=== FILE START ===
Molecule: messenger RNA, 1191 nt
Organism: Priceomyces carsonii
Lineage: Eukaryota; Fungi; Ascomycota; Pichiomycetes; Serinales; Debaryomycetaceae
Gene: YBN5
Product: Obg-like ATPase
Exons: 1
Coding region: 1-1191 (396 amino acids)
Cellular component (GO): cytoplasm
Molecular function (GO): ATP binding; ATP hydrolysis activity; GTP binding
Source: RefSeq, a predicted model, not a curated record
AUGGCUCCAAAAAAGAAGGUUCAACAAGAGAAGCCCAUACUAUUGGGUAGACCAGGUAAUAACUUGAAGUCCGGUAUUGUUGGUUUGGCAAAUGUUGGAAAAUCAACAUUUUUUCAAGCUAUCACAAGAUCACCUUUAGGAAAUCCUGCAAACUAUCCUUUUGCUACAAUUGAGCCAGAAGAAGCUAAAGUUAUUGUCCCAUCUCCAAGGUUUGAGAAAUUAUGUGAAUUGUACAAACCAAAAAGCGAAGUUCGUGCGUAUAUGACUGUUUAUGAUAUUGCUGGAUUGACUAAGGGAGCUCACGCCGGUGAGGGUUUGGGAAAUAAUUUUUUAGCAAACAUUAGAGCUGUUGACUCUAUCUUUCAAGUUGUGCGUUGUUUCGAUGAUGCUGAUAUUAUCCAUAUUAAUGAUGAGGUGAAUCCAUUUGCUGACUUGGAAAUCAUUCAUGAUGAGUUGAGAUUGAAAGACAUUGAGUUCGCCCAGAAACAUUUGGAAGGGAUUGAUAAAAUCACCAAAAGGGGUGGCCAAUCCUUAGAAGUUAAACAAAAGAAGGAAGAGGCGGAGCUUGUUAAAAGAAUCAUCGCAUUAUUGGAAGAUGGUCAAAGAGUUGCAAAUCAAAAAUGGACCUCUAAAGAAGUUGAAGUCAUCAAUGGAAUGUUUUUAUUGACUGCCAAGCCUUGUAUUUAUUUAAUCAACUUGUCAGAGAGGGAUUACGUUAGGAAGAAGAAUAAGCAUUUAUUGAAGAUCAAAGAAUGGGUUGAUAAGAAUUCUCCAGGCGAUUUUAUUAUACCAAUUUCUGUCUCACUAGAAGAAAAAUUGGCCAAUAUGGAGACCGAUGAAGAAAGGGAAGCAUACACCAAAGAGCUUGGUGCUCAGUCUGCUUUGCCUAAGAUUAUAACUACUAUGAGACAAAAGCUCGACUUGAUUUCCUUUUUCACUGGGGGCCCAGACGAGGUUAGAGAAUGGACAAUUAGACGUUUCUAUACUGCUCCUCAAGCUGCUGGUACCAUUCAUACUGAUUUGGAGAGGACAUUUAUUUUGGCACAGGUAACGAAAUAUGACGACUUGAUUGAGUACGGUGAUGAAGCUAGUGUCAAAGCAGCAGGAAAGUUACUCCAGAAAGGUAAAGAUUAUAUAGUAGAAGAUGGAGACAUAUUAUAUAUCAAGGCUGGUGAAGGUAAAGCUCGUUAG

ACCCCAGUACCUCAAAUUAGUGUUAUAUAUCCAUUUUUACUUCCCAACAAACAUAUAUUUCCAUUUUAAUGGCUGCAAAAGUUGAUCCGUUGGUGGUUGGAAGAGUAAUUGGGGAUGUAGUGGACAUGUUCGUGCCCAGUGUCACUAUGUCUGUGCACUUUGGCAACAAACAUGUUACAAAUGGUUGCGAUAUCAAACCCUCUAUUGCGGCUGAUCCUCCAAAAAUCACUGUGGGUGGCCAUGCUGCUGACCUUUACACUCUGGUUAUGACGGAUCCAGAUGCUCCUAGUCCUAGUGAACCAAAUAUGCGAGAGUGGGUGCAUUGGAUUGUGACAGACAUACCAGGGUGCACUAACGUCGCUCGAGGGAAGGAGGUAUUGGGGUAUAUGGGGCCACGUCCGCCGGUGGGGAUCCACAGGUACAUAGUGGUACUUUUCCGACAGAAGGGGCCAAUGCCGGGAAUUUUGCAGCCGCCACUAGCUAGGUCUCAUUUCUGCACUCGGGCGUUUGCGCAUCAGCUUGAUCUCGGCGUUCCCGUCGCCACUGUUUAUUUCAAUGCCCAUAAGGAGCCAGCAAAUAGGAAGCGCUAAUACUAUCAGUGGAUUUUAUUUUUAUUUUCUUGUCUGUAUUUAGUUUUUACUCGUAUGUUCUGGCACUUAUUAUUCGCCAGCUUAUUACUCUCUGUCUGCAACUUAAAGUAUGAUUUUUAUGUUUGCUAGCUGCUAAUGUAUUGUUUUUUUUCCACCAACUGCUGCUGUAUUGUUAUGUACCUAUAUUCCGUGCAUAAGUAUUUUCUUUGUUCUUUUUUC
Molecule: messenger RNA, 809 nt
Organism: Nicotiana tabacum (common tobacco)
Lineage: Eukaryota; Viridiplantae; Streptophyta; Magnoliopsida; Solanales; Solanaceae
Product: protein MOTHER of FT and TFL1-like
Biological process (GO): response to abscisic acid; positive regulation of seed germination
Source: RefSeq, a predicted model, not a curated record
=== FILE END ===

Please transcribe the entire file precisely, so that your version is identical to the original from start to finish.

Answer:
Molecule: messenger RNA, 1191 nt
Organism: Priceomyces carsonii
Lineage: Eukaryota; Fungi; Ascomycota; Pichiomycetes; Serinales; Debaryomycetaceae
Gene: YBN5
Product: Obg-like ATPase
Exons: 1
Coding region: 1-1191 (396 amino acids)
Cellular component (GO): cytoplasm
Molecular function (GO): ATP binding; ATP hydrolysis activity; GTP binding
Source: RefSeq, a predicted model, not a curated record
AUGGCUCCAAAAAAGAAGGUUCAACAAGAGAAGCCCAUACUAUUGGGUAGACCAGGUAAUAACUUGAAGUCCGGUAUUGUUGGUUUGGCAAAUGUUGGAAAAUCAACAUUUUUUCAAGCUAUCACAAGAUCACCUUUAGGAAAUCCUGCAAACUAUCCUUUUGCUACAAUUGAGCCAGAAGAAGCUAAAGUUAUUGUCCCAUCUCCAAGGUUUGAGAAAUUAUGUGAAUUGUACAAACCAAAAAGCGAAGUUCGUGCGUAUAUGACUGUUUAUGAUAUUGCUGGAUUGACUAAGGGAGCUCACGCCGGUGAGGGUUUGGGAAAUAAUUUUUUAGCAAACAUUAGAGCUGUUGACUCUAUCUUUCAAGUUGUGCGUUGUUUCGAUGAUGCUGAUAUUAUCCAUAUUAAUGAUGAGGUGAAUCCAUUUGCUGACUUGGAAAUCAUUCAUGAUGAGUUGAGAUUGAAAGACAUUGAGUUCGCCCAGAAACAUUUGGAAGGGAUUGAUAAAAUCACCAAAAGGGGUGGCCAAUCCUUAGAAGUUAAACAAAAGAAGGAAGAGGCGGAGCUUGUUAAAAGAAUCAUCGCAUUAUUGGAAGAUGGUCAAAGAGUUGCAAAUCAAAAAUGGACCUCUAAAGAAGUUGAAGUCAUCAAUGGAAUGUUUUUAUUGACUGCCAAGCCUUGUAUUUAUUUAAUCAACUUGUCAGAGAGGGAUUACGUUAGGAAGAAGAAUAAGCAUUUAUUGAAGAUCAAAGAAUGGGUUGAUAAGAAUUCUCCAGGCGAUUUUAUUAUACCAAUUUCUGUCUCACUAGAAGAAAAAUUGGCCAAUAUGGAGACCGAUGAAGAAAGGGAAGCAUACACCAAAGAGCUUGGUGCUCAGUCUGCUUUGCCUAAGAUUAUAACUACUAUGAGACAAAAGCUCGACUUGAUUUCCUUUUUCACUGGGGGCCCAGACGAGGUUAGAGAAUGGACAAUUAGACGUUUCUAUACUGCUCCUCAAGCUGCUGGUACCAUUCAUACUGAUUUGGAGAGGACAUUUAUUUUGGCACAGGUAACGAAAUAUGACGACUUGAUUGAGUACGGUGAUGAAGCUAGUGUCAAAGCAGCAGGAAAGUUACUCCAGAAAGGUAAAGAUUAUAUAGUAGAAGAUGGAGACAUAUUAUAUAUCAAGGCUGGUGAAGGUAAAGCUCGUUAG

ACCCCAGUACCUCAAAUUAGUGUUAUAUAUCCAUUUUUACUUCCCAACAAACAUAUAUUUCCAUUUUAAUGGCUGCAAAAGUUGAUCCGUUGGUGGUUGGAAGAGUAAUUGGGGAUGUAGUGGACAUGUUCGUGCCCAGUGUCACUAUGUCUGUGCACUUUGGCAACAAACAUGUUACAAAUGGUUGCGAUAUCAAACCCUCUAUUGCGGCUGAUCCUCCAAAAAUCACUGUGGGUGGCCAUGCUGCUGACCUUUACACUCUGGUUAUGACGGAUCCAGAUGCUCCUAGUCCUAGUGAACCAAAUAUGCGAGAGUGGGUGCAUUGGAUUGUGACAGACAUACCAGGGUGCACUAACGUCGCUCGAGGGAAGGAGGUAUUGGGGUAUAUGGGGCCACGUCCGCCGGUGGGGAUCCACAGGUACAUAGUGGUACUUUUCCGACAGAAGGGGCCAAUGCCGGGAAUUUUGCAGCCGCCACUAGCUAGGUCUCAUUUCUGCACUCGGGCGUUUGCGCAUCAGCUUGAUCUCGGCGUUCCCGUCGCCACUGUUUAUUUCAAUGCCCAUAAGGAGCCAGCAAAUAGGAAGCGCUAAUACUAUCAGUGGAUUUUAUUUUUAUUUUCUUGUCUGUAUUUAGUUUUUACUCGUAUGUUCUGGCACUUAUUAUUCGCCAGCUUAUUACUCUCUGUCUGCAACUUAAAGUAUGAUUUUUAUGUUUGCUAGCUGCUAAUGUAUUGUUUUUUUUCCACCAACUGCUGCUGUAUUGUUAUGUACCUAUAUUCCGUGCAUAAGUAUUUUCUUUGUUCUUUUUUC
Molecule: messenger RNA, 809 nt
Organism: Nicotiana tabacum (common tobacco)
Lineage: Eukaryota; Viridiplantae; Streptophyta; Magnoliopsida; Solanales; Solanaceae
Product: protein MOTHER of FT and TFL1-like
Biological process (GO): response to abscisic acid; positive regulation of seed germination
Source: RefSeq, a predicted model, not a curated record